Freeletics was running the Production Backend since 2015 on Kubernetes. Even before I joined. I don’t know about the managed Kubernetes offerings from the cloud providers back then. But we didn’t move to any of them. All of AWS, Google, Digitalocean and others offer a Managed Kubernetes Clusters these days. This of course might be a tempting and good choice if you don’t have time and resources to provision the clusters yourself. See (1). But we decided to stick with Kops, which is an Open Source tool to manage and privision Kubernetes Clusters. It supports mainly AWS, with other cloud providers, but not with a stable version. We simply chose this because with KOPS we can always stick with the most recent version of Kubernetes available. For us, this was part of the equation.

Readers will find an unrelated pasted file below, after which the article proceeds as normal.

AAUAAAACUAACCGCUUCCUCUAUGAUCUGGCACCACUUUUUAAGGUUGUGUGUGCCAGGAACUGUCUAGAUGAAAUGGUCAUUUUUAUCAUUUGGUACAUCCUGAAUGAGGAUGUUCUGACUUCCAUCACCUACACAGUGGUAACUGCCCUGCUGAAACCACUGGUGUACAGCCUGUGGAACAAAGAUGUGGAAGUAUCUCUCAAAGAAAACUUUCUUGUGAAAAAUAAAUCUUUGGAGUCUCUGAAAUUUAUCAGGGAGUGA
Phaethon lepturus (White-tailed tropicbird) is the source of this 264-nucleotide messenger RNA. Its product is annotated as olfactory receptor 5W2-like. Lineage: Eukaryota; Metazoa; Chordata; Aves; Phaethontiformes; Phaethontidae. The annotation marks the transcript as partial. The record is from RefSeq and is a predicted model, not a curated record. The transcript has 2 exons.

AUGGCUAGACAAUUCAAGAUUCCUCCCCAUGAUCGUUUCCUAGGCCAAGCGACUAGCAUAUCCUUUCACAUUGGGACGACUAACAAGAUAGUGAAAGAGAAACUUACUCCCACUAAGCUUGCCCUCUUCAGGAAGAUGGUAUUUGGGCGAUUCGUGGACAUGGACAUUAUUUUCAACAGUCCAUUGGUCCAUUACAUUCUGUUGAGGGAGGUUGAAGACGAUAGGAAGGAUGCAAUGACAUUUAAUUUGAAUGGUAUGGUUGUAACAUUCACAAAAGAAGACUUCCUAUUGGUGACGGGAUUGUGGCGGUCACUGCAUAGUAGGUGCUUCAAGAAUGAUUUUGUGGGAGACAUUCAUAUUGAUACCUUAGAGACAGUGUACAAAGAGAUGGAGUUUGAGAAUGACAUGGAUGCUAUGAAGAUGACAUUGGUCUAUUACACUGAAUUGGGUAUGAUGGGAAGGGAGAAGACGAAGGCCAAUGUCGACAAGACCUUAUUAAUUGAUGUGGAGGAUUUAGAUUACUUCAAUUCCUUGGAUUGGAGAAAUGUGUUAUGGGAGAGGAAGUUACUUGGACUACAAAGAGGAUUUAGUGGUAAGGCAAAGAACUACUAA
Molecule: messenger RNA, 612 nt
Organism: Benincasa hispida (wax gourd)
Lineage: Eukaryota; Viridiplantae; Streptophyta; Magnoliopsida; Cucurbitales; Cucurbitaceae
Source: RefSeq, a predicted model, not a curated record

It might not be a problem for Databases (MySQL, PostgreSQL). That’s why for them, going for AWS RDS still sounds like a great choice, because these databases offer a longer time of support. Kubernetes on the other hand is moving fast, and ending their support for versions really quickly. Kubernetes is a different eco-system these days. A lot of breaking changes from time to time, and we decided to be riding the front of the wave. So Kops was a tempting choice for us, than a managed Kubernetes Cluster. It took more time from us of course. But we managed.
I am not saying that Manging your Kubernetes Cluster is always better than a hosted managed Kubernetes Cluster. That’s up to you to decide. I wanted to tell, why we decided on our side.
3. Everything fails, all the time ~ Werner Vogels. Amazon CTO